Among the different theoretical implications there is the unsolved mystery of the primacy of the matter in our Universe, despite the fact that at the istant of the Big Bang, an equal amount of matter and antimatter was created. Until now, they always believed that matter was eternal; we can change its shape from a certain form to another but the particles of which it is made continue existing. Well, this axiom could decay because the phenomenon of the neutrinos oscillations (the change of their flavor) suggests that matter can be created or destroyed. Several experiments are ongoing in order to demonstrate few theories that can update the Standard Model and justify why matter predominates in our Universe. Some experiments try to observe creation and destruction of matter; in particular the already mentioned neutrinoless double decay, the proton decay and the electron decay.
Matter and antimatter illustration. Credits: mx.blastingnews.com
The last consequence, but not in order of importance, is the building of the famous quantum computer.
What is a quantum computer?
It is a computer in which the informations are not stored anymore in classical bits but in qubits, i.e. quantum bits. A classic bit can have just two values: 0 and 1, realized throughout electrical signals inside microprocessors and processed by transistor logic gates; a qubit, instead, can have three values: 0, 1 and undetermined, because of the extremely characteristic nature of the subatomic particles; the undetermined value is an overlap of values, i.e. the value of the bit is 0 and 1 at the same time.
It seems impossible but it is what happens in the subatomic reality, in which chaos and undetermination rule; this will exponentially increase the computing power and the speed of computers. A computer of this kind can process much more informations than classical computers do. It could be the beginning of the Artificial Intelligence Era.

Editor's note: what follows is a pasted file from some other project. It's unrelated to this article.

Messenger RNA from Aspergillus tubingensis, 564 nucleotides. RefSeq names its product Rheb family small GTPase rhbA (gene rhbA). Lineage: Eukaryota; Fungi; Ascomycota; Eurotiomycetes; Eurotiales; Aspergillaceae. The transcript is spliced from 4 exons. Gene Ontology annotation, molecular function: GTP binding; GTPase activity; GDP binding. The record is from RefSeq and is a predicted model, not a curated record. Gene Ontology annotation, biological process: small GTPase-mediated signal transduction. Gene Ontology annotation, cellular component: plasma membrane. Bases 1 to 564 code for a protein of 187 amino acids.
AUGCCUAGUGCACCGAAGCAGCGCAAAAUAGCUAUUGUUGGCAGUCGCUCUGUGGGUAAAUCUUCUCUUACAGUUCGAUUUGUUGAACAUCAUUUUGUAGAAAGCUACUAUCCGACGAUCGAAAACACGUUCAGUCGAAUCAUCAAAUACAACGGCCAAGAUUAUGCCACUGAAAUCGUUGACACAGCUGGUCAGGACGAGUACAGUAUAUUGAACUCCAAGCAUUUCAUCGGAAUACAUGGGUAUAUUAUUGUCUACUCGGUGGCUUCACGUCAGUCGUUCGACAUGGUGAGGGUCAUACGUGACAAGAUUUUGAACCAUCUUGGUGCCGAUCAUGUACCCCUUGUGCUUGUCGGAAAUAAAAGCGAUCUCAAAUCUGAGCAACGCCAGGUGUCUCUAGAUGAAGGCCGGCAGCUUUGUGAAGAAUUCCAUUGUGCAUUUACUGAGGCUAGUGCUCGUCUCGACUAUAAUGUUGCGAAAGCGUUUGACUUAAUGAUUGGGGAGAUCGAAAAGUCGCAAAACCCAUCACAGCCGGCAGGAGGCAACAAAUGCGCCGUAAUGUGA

Currently, photons are used to realize qubits but they have a big problem: they are very "social" and this causes a foton to interact with other particles during its propagation through the circuit losing the information it transported and causing errors and system slowdowns; the Majorana particle, instead, can be extremely useful in this situation because of its properties. A neutrino is chargeless and it doesn't interact with anything but with the gravitational force and the weak nuclear force; for this reason the neutrino is an extremely stable particle and the probability that the information stored inside it will be lost is extremely lower.
Credit: PublicDomainPictures Via Pixabay
Ultimately, in 1937 Ettore Majorana theorized the existence of a particle, known as Majorana particle after his death, which violated the Dirac's theory, according to which each fermion always has an antiparticle. Between the end of March and the beginning of April 2018, a team of dutch scientists, in collaboration with american collegues found the Majorana quasiparticle, i.e. a pattern of atoms and particles which behave as if they were in presence of the Majorana particle. The experiment demonstrated its existence and the implications will be huge: first of all, they will have to design a new Standard Model, i.e. the model that summarises all the elementary particles which have been found until now; the new model, will be able to justify the asimmetry between matter and antimatter and it will pave the way to the building of quantum computers, whose computing power will be incredibily superior to the current computer on the market. Are you ready for the future? Stay tuned.
Read you later.
Blog written by Pixor for bitlanders. If you have any suggestions and/or questions, please comment without fear. I will be happy to answer you all.
Pixor, student in electronic engineering at the Polytechnic University of Bari, Italy. Curious and passionate about science, technology, animals, travels, history and music.